Niche interests are now pursued by a niche audience who know where to sate their thirsts without troubling the mainstream music buyer or interrupting the status quo. Where once this niche may have filtered into the mainstream, as more people discovered it or as those with niche tastes moved into a position of influence, this seems to have stopped happening.

The big hit records of any period tend to be pretty middle-of-the-road, this is standard because any big hit needs a wide-appeal and that always comes from music that is centre-ground. Thus even in a period of music that we’d consider as revolutionary (say 77-78 for punk) the bigger hits were always going to be mainstream, traditional songs. The Pistols may have gone to number one in ’77 but the charts were dominated by Abba, Rod Stewart and David Soul. Connie Francis spent as many weeks at number one as Never Mind The Bollocks did, so did Frank Sinatra, and Johnny Mathis spent twice as long at the top.

Thursday, January 8, 2015

New year, same old scene

Though I try to change the routine, shake the system, I’m apparently a slave to repetition and nowhere more so than in my listening habits.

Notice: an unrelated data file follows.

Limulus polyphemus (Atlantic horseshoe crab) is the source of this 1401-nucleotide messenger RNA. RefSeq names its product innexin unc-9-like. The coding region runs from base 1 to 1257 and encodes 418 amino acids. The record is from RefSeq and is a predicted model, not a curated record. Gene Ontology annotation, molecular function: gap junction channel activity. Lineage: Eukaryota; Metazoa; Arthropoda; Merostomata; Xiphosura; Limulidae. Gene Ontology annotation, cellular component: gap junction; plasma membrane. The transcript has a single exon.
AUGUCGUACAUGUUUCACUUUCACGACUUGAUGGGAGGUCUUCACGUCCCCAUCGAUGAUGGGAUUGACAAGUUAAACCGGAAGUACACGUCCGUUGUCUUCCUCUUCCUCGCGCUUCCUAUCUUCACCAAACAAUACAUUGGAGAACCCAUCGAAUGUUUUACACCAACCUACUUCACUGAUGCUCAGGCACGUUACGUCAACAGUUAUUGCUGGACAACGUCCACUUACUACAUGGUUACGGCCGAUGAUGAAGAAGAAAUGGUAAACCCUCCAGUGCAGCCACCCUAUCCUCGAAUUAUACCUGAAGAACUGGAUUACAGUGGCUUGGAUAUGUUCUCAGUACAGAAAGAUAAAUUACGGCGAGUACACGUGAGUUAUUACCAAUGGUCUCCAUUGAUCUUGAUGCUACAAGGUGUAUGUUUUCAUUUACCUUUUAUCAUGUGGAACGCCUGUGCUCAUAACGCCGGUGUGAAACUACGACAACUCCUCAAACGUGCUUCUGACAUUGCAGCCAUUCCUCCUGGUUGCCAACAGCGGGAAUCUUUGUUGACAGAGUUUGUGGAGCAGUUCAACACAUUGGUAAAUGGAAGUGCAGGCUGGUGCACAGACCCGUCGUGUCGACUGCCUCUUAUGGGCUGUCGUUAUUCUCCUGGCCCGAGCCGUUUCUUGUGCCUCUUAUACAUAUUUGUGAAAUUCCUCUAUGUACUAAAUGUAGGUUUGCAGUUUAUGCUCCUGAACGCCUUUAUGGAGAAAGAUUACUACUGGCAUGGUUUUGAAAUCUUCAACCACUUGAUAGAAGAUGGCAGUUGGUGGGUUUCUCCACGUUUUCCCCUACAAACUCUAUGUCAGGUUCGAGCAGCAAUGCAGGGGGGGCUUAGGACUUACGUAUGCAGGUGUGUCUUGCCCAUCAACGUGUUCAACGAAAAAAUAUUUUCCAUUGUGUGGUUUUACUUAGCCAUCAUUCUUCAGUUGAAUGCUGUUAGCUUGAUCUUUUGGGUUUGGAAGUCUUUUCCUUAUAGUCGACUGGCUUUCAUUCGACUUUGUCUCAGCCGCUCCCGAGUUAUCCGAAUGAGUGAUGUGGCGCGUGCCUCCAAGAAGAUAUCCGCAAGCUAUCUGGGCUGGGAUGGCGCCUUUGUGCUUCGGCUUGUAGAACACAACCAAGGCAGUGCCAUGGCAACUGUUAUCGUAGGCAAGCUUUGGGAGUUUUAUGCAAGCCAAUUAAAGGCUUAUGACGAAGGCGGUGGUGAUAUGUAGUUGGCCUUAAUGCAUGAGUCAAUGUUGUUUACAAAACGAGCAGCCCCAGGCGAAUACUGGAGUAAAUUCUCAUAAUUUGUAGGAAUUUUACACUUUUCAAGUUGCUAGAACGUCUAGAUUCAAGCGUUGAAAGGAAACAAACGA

At each year end I find myself surveying the critic’s choices to discover what I’ve missed and where I agree, or generally disagree, with their verdicts. No sooner had I written last month’s post on that very subject when I discovered the NME had assembled a poll of polls that did the work for me.
It was easy to be disillusioned by some of the choices. I simply couldn’t get on with St Vincent and have to assume I am missing something. All I heard was a modern-day Laurie Anderson  which forced me into the same lazy and reductive habit I have of comparing new with old. In a similar vein I was tempted to reflect that Sleaford Mods were likely to be this (or last) year’s Flowered Up. In my case it seems that those who can remember the past are condemned to review it.